Buy what you understand

A generation ago there was a saying in the investment industry that “mutual funds are sold, not bought”. The implication was obvious: since people didn’t know much about mutual funds, the only way they could be persuaded to part with their money was through some aggressive selling. Since those were the days when investors had to pay an up-front commission of 9 per cent to buy in, fund salesmen (there were few women in the business back then) were often likened to their used-car counterparts.

Of course, all that has changed over the years and mutual funds are now held by a majority of Canadian households, either directly or in RRSPs, pension plans, etc. Most people know what they are and how they work.

I make this point because one of my fundamental principles of good investing is never to put money in something you do not understand. That applies to some of the exotic products that have been spun off from the mutual funds industry.

It has now reached the point where people who think they are investing in a mutual fund may in fact be buying something quite different. For example, I recently received this e-mail from a reader.

“I am being advised to switch money into the BMO Lifestage Retirement Income Portfolio. Do you have any comments regarding this fund? I couldn’t find it in your On-Line Buyer’s Guide to Mutual Funds“. – Ivan M.

There’s a very good reason why our reader could not find any reference to this security – it is not a mutual fund. We don’t know exactly how the security was presented to him but in fact it is a principal-protected note (PPN) with a return that is tied to an underlying portfolio of BMO mutual funds. No wonder he was confused!

At first glance, this looks like a very attractive place for your money, especially in these troubled times. The promoter, Bank of Montreal, says the investment offers “principal protection through guaranteed capital distributions and exposure to the growth potential of mutual funds”. Their website promises “Annual capital distributions of 6 per cent (payable monthly) for up to 15 years” plus annual inflation adjustments.

There are asterisks beside each of these promises and some fine print below. Anyone who takes the trouble to read the faint grey type will learn that the monthly payments ” are repayments of principal that will reduce the adjusted cost base of your investment in the LifeStage Notes…Capital distributions will only continue until $99 of the principal amount of the $100 LifeStage Note has been repaid to the holder, after which no further capital distributions will be made on the LifeStage Notes”.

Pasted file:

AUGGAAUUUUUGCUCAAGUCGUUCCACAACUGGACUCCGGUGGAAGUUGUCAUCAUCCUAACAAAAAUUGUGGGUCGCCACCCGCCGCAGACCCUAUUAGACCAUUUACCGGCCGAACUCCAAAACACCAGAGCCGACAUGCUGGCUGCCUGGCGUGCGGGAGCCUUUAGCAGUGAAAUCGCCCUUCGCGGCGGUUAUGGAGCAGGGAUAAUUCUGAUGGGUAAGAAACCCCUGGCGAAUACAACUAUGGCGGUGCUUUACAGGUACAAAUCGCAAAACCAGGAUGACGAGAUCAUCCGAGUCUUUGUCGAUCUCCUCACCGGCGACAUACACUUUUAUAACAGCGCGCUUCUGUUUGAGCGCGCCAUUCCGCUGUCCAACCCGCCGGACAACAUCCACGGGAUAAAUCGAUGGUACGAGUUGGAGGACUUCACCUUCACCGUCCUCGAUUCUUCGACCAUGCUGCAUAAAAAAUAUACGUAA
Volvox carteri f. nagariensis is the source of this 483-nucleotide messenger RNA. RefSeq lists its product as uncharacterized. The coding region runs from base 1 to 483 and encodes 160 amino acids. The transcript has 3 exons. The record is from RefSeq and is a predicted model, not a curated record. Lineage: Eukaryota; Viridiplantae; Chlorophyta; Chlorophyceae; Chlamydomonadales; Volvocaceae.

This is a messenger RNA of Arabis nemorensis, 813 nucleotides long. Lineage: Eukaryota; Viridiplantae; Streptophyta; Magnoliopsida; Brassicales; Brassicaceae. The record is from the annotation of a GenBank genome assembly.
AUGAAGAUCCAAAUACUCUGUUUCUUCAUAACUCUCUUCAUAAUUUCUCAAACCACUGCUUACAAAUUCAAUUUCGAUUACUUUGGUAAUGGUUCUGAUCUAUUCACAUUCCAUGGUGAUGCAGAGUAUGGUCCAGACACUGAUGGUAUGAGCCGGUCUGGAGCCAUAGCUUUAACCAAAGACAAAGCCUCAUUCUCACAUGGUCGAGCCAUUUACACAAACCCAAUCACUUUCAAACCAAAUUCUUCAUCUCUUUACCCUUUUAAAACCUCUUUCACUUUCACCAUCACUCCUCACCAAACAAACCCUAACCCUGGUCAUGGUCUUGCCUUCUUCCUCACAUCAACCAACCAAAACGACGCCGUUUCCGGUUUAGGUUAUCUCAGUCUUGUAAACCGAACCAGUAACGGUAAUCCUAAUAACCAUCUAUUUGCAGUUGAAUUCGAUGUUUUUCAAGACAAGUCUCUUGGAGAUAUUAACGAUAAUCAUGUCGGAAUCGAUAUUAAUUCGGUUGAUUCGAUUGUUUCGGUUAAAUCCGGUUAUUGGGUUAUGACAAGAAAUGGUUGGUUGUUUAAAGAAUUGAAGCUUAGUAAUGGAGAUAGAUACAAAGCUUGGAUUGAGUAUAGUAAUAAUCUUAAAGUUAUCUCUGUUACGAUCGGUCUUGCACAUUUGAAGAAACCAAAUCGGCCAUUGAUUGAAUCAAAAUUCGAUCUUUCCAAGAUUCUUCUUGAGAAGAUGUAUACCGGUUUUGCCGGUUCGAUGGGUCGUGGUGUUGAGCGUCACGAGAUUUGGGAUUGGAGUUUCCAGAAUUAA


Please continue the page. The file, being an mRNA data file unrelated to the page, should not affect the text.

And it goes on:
As for the inflation protection, it’s only valid “As long as a Capital Preservation Event or Extraordinary Event has not occurred”. That happens when losses within the portfolio reach a point where all the remaining assets must be devoted to protecting the principal. Any growth potential is lost. Recently, many PPNs such as this one have been forced to declare such “Capital Presentation Events” or “Protection Events” as they are also called.

There’s more. If you read the detailed Information Statement (IS) that provides all the details of the product, you may come away with a much different impression than that conveyed by the sales pitch. Here are a few points from the IS that caught my attention. All are direct quotes from the document.

1. A LifeStage Retirement Income Note is an unsecured and unsubordinated debt obligation owed to its holder by Bank of Montreal.

2. These payments are a return to you of the principal amount you invested.

3. A LifeStage Retirement Income Note is not eligible to be insured by the Canada Deposit Insurance Corporation or any other entity.

4. The return, if any, that you receive on your LifeStage Retirement Income Note is based on the performance of the underlying funds. It is not based on a fixed, floating or other specified interest rate. While you will receive the full principal amount you invest in a LifeStage Retirement Income Note if you hold it until maturity, it is possible that you will not receive any return on the amount you deposit with us.

5. A LifeStage Retirement Income Note is not designed to be repaid in full on demand at any time. Other than the regularly scheduled capital distributions that we make to you, you will not be able to withdraw the amount invested in a LifeStage Retirement Income Note until it matures.

6. Capital distributions will reduce the value of the LifeStage Retirement Income Portfolio resulting in the LifeStage Retirement Income Notes having less exposure to the underlying funds. Aggregate fees paid under the LifeStage Retirement Income Note Program will reduce and may eliminate any return you would otherwise have received when your LifeStage Retirement Income Notes mature.

So let’s see if we understand this. BMO will give you back your own money over several years. The Bank will not guarantee any return. You can’t cash in early and it’s unlikely you could sell the note to anyone else – if you could, it would probably be at a deep discount. For all this, BMO will charge you an annual fee of 2.25 per cent. In short, they have guaranteed they will make money. You have no such guarantee.

We’ve gone back a generation, but with a new type of product which is once again being “sold, not bought”. My advice stands: if you don’t understand a security, don’t put money into it. To which I might add another cliché: if it sounds too good to be true, it probably is.

Adapted from an article that originally appeared in Mutual Funds Update, a monthly newsletter that provides advice on fund selection and strategies. For subscription information, click here.

Photo © Christine Glade